How I Get Through Life With a Chronically Ill Wife
Roses are red. Violets are blue. Sometimes I wonder how we get through.
Life, that is. How do we (my wife and I) get through a life that requires an all-star team, when half the team is on injured reserve? How do I — in my dual role as coach — also juggle team morale issues, logistical concerns and what to do about all those piles of dirty uniforms? Well, simply put, you lace ‘em up and run out on the field every day. You show up.
Now, it’s not that simple. It never is. You have to perform and to a high level on most days. Some days, the bar is set at survival (OK, many days). Other days, you can accomplish superhuman feats. But the reality is that the alternative to not showing up is to let the team down. And failure is not an option for this team because you love the team too much to see it fail.
In the first years of my wife’s illness, I subconsciously told myself that “normal life” was just a matter of time. The odds were incredibly stacked in our favor that the medical community would figure this out and these obstacles would be but a memory in the past. That’s how things went for nearly every other person in their 30s that I knew. But when that did not occur and we seemed further from answers than ever before, I realized that focusing on the “why” and the “when” was incredibly short-sighted. Those were answers I was not privy to, and may never be privy to. Instead, I realized I was placed in the exact position that I had been called for — the one I believe my creator built me for in this time and place. I believe who I was has been designed for my wife, our family, this life — today and every day thereafter.
Embracing this reality freed me to operate within my gifts, with the confidence that there was nothing too large and impossible that would take me out of the game. And trust me, there were plenty of “impossibles” that came up, and still do. The point was I had to take my place where I was positioned and be the conduit of caring I was called to be.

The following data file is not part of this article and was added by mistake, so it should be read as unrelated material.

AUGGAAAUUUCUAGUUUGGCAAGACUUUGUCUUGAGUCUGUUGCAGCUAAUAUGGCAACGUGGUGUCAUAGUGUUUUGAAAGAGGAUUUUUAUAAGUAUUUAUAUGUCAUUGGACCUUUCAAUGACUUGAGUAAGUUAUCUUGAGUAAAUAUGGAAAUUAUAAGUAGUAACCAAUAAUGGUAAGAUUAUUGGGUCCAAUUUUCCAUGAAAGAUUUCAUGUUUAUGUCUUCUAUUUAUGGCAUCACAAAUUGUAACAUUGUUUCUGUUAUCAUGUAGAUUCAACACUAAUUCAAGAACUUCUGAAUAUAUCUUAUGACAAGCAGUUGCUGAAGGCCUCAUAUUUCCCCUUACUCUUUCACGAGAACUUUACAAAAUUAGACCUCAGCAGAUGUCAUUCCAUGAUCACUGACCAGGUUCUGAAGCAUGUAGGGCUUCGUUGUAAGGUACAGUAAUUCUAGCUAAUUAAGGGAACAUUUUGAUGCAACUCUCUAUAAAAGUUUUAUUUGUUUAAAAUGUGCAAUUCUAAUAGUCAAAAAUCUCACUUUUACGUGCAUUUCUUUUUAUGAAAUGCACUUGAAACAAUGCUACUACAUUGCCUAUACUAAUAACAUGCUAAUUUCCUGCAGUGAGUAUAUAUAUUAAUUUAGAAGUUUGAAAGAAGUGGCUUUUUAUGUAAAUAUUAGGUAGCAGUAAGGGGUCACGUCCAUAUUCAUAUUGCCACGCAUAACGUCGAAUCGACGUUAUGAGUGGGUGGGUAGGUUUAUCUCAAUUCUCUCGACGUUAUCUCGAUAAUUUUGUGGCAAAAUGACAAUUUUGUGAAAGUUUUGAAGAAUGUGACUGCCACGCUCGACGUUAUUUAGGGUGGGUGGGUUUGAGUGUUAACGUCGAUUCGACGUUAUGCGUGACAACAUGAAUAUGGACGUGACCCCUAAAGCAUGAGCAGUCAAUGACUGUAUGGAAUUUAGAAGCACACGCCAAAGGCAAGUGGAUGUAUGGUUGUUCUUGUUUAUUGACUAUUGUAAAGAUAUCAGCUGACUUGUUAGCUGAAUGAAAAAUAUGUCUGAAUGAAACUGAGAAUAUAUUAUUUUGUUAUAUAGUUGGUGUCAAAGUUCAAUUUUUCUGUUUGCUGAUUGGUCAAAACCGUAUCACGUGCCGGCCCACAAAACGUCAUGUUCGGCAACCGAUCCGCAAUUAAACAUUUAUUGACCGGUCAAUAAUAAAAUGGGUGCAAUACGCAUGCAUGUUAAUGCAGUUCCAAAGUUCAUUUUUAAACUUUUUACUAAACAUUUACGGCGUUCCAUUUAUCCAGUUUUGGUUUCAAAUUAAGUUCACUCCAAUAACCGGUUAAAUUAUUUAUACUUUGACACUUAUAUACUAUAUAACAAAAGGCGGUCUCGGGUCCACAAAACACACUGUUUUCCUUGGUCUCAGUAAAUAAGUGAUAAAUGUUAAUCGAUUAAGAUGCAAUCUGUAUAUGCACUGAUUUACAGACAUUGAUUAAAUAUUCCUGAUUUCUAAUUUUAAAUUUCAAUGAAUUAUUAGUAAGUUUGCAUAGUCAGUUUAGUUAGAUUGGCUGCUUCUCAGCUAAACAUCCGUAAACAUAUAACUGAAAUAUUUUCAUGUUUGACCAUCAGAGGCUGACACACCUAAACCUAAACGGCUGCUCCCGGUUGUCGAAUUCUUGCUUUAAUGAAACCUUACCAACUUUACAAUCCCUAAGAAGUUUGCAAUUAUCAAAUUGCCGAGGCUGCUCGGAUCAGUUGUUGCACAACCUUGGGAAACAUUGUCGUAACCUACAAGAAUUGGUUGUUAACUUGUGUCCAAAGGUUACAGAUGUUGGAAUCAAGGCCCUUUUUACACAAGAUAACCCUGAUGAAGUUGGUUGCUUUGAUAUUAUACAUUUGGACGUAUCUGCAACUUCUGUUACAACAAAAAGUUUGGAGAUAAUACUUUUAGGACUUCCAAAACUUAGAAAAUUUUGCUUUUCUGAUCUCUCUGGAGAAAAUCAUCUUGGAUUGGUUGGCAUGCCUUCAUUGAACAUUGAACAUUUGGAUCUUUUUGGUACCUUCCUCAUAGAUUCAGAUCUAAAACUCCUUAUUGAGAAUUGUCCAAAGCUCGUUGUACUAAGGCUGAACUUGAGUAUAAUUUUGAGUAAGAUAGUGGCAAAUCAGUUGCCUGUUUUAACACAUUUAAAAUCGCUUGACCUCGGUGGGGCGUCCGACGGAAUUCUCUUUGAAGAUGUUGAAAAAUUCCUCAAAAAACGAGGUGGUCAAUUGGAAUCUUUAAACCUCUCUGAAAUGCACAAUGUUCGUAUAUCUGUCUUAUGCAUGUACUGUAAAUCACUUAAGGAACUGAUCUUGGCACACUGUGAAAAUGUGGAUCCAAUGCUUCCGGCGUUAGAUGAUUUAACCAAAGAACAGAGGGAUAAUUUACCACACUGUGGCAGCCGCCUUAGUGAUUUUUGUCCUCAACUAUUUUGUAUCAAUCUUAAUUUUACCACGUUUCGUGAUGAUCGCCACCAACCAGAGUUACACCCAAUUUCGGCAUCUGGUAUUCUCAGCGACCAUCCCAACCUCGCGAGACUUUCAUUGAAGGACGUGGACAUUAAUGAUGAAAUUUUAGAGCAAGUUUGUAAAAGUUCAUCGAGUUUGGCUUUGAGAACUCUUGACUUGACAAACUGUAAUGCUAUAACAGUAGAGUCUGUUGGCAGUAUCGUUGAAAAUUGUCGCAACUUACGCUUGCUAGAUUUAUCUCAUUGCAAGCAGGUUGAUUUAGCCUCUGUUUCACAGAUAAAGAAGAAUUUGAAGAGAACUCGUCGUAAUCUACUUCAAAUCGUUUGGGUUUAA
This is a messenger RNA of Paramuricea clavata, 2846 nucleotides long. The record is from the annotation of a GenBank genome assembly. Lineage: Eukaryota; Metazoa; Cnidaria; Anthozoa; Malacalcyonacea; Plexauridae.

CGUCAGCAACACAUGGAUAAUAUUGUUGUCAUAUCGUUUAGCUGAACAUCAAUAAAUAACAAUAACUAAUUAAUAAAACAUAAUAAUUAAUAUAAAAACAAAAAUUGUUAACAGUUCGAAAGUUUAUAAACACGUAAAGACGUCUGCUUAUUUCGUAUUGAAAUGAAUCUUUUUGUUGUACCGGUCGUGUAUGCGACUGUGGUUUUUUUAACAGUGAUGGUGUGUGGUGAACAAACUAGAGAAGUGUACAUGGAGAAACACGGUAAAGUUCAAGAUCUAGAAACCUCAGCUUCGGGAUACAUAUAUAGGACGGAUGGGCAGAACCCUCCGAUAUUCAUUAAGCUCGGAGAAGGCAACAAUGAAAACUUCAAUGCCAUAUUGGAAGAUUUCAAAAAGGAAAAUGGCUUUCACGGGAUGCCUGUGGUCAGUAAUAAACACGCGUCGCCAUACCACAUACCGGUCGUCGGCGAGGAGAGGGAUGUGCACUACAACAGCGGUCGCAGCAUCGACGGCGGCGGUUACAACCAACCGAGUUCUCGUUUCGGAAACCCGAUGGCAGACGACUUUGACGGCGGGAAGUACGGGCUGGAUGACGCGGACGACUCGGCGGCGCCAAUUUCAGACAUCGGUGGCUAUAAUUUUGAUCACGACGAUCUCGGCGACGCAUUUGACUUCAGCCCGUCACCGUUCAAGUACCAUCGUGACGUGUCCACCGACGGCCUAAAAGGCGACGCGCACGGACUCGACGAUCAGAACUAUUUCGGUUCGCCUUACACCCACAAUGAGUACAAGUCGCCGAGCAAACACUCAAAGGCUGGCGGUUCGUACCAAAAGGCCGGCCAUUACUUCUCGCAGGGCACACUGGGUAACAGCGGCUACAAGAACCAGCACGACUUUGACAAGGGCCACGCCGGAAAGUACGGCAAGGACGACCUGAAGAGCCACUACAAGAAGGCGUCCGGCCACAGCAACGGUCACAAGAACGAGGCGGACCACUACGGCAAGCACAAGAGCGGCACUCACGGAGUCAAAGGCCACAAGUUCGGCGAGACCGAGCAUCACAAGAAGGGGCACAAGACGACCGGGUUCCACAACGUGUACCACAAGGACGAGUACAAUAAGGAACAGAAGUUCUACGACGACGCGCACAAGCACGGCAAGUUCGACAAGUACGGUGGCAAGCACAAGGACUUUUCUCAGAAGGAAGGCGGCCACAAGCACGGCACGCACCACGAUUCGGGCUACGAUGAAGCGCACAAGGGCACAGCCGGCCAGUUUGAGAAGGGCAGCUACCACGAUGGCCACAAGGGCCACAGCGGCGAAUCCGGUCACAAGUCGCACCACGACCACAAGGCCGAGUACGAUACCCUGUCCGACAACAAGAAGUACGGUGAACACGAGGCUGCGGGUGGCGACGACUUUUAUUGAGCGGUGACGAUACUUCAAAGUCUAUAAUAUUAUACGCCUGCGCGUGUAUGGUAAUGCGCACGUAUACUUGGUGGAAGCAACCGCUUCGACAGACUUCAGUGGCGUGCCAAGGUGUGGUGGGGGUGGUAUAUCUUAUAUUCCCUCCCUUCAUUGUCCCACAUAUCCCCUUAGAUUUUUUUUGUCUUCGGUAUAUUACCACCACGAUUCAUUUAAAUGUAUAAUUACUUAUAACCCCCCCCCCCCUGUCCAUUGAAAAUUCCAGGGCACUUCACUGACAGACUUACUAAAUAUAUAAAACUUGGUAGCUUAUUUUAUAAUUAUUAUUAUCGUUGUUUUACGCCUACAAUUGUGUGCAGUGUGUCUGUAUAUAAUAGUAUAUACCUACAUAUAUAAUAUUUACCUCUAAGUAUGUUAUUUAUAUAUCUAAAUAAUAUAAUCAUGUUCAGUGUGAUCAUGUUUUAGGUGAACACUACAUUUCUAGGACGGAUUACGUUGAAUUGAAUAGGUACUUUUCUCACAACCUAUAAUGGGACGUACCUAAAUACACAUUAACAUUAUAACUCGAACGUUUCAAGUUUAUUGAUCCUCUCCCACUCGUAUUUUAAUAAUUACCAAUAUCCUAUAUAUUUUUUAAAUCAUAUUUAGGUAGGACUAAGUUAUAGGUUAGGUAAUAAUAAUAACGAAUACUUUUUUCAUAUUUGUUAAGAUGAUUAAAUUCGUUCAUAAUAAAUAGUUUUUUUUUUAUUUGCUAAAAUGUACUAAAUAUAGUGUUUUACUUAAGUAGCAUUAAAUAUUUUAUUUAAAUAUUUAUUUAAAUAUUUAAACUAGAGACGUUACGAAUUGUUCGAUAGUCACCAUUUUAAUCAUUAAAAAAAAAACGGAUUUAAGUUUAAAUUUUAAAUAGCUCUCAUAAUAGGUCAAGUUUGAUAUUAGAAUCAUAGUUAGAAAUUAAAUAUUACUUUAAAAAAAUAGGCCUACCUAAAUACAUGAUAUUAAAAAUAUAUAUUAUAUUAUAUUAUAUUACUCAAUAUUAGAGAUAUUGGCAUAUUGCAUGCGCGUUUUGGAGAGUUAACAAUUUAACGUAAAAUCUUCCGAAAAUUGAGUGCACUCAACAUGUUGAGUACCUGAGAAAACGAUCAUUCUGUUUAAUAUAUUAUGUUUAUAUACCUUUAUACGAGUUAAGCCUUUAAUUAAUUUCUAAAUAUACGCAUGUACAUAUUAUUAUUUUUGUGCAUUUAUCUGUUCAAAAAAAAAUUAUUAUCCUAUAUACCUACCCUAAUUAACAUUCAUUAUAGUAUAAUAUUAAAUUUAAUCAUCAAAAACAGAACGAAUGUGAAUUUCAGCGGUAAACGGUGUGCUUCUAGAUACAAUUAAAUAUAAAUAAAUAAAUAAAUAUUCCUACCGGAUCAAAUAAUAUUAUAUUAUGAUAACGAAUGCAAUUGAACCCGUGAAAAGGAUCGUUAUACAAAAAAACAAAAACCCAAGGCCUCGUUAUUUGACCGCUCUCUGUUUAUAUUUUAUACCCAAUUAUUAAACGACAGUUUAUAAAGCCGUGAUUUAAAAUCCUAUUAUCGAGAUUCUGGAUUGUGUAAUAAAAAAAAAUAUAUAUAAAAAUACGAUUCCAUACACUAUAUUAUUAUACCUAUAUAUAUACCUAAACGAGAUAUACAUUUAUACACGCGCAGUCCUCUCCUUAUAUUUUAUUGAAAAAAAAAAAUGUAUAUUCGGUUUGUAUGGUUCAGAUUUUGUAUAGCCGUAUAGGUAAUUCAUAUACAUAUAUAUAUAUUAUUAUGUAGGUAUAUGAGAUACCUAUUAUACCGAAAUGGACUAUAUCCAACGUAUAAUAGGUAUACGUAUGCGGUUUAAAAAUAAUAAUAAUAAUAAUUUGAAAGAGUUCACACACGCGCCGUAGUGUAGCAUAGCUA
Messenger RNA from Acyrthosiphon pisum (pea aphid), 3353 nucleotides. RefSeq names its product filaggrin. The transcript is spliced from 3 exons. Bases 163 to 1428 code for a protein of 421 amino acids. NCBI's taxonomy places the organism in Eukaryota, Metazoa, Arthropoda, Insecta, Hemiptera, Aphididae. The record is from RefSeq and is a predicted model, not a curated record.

I distinctly remember times (not too long ago) when I would finish a week having worked 60-plus hours, driven 12-plus hours between work and chauffeuring kids, averaging four hours of sleep per night and feeding/picking up after a family of five. And I would marvel at how I had just what I needed in order to meet what others needed. And in the end, everyone was cared for. I didn’t meet all their needs, but I did what I was called to do.
In fact, that’s what we’re all called to do. Because without the faithful care provided by so many other people outside of my family, we would still have come up short despite my provision of everything I had. That’s why my job and your job are no different when it comes to caring for our spouses. For every marriage, for every “for better” and “for worse,” we are called to care and love according to the measure that has been apportioned to us. And, by the way, that’s why chronically ill spouses never ever have to feel inferior on the marital love scale. Success is in the full delivery of each spouse’s whole-hearted contribution.
As a wise blogger once remarked, “We don’t get to pick. We only get to equip.” Meaning, we may not be able to choose what happens along our journey but can choose to take our rightful place alongside those with whom we journey. That blogger just happens to be on my team. And for her:
Roses are red. Violets are blue. Life is hard, but I still choose you.
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